Gov. Jim Florio's proposed $325 million environmental bond issue appears unlikely to make it to New Jersey's November ballot, as the state Senate is not scheduled to vote on the matter in time to beat a looming deadline.

For voters to have a chance to decide the issue in November, legislation creating the ballot question must be approved by lawmakers and signed by Gov. Florio by Aug. 27, according to Diane Russell, a special assistant to the governor.

But prospects for action in the Senate appear dim because no sessions are scheduled before the end of the month.

The Assembly could vote on the matter on Aug. 19 or 22, when sessions have been tentatively scheduled. The measure has already been voted favorably out of the Assembly Natural Resources and Appropriations committees.

Ms. Russell said despite the Senate's inaction, the governor "remains hopeful" that a session will be called on time to take up the environmental bond issue.

"A lot of groups support this," she added, including the Environmental Federation and the Alliance for Action.

Gov. Florio reiterated his support for the idea during a televised speech last week in which he called on the Legislature to act.

But state Senator Majority Leader Daniel Dalton, D-Gloucester, said earlier this month that the Senate will not vote on the measure in time to get it on the ballot.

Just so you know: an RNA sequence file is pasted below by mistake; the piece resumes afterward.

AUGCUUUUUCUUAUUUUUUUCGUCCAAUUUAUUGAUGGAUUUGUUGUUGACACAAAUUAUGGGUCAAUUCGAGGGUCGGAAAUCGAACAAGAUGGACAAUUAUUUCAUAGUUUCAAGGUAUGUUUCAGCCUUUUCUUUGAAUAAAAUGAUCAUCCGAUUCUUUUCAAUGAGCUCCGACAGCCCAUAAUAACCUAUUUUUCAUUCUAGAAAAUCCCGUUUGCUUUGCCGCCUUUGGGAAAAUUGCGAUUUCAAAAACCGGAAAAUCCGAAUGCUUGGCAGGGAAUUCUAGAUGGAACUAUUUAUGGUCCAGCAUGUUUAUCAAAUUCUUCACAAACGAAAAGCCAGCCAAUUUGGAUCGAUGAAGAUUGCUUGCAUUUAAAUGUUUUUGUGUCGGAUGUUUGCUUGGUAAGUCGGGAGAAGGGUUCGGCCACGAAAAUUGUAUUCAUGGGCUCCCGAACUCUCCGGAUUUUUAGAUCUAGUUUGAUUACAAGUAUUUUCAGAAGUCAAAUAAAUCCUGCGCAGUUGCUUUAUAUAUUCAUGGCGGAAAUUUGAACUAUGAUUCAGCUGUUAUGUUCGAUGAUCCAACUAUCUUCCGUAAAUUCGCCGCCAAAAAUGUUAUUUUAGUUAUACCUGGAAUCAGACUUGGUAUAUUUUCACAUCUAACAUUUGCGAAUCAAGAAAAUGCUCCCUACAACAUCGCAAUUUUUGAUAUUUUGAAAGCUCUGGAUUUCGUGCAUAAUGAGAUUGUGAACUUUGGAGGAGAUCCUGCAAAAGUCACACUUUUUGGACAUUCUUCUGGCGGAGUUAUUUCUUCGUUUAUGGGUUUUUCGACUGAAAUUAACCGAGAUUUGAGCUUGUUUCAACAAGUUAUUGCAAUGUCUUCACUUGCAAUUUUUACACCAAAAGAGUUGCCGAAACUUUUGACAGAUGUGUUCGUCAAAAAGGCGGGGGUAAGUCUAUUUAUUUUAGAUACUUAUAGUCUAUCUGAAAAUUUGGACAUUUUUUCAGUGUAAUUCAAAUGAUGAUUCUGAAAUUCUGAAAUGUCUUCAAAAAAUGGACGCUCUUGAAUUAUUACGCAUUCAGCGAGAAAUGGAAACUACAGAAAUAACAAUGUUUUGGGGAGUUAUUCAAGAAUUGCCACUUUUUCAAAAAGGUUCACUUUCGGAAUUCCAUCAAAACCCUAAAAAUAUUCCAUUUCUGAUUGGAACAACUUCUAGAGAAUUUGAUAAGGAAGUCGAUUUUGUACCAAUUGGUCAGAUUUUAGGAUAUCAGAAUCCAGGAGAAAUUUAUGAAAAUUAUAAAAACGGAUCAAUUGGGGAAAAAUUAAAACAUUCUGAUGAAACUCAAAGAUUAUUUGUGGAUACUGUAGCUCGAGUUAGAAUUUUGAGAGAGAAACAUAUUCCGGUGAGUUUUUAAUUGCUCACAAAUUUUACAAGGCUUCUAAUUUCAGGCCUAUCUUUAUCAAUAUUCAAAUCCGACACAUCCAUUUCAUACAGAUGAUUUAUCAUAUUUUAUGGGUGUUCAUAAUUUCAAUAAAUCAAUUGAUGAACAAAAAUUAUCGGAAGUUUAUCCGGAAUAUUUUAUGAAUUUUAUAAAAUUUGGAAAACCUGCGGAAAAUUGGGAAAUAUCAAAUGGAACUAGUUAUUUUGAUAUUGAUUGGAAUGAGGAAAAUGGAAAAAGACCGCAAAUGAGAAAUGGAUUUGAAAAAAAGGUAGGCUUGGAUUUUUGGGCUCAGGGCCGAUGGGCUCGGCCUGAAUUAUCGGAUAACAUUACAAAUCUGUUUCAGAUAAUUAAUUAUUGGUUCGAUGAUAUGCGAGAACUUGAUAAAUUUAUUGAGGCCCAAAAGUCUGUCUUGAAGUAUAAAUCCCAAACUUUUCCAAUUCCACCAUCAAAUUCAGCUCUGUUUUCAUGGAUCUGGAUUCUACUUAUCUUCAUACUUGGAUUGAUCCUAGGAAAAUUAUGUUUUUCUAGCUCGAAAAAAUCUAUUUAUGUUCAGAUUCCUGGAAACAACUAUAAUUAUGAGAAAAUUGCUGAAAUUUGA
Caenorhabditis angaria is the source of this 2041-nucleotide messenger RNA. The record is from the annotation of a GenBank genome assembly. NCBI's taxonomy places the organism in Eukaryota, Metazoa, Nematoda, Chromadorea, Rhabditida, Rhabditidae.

Sen. Dalton reportedly said he agrees with the bill's goal of maintaining clean water supplies, but does not feel the state can afford any new bond initiatives because of the national recession and an extremely tight state budget.

Gov. Florio, however, believes the investments are especially vital during periods of economic decline.

"These are critical investments," Ms. Russell said. "We can't afford not to make them."

The governor's aide sait it is precisely because of the downturn that land purchases associated with the plan would be relatively cheap, as would bids for construction work stemming from the bond issue. And despite a recent downgrade of the state's general obligation rating by Standard * Poor's Corp., New Jersey is still able to issue bonds at one of the lowest yields in the nation, Ms. Russell said.

Standard & Poor's last month dropped the state's rating to AA-plus from AAA. Moody's Investors Service has maintained its Aaa assessment.

About $150 million of the bond issue would go toward low-interest loans to local governments for wastewater treatment programs. Another $100 million is earmarked for land acquisition and park rehabilitation. The rest would go toward various smaller environmental initiatives.

A separate attempt to put a $135 million housing bond issue on the November ballot also appears to be foundering in the Legislature. The measure, which was defeated by voters last year amid strong anti-tax sentiment, was revived earlier this year but is now stuck in the Senate Revenue, Finance and Appropriations Committee, where action is not expected to come in time to meet the Aug. 27 deadline.

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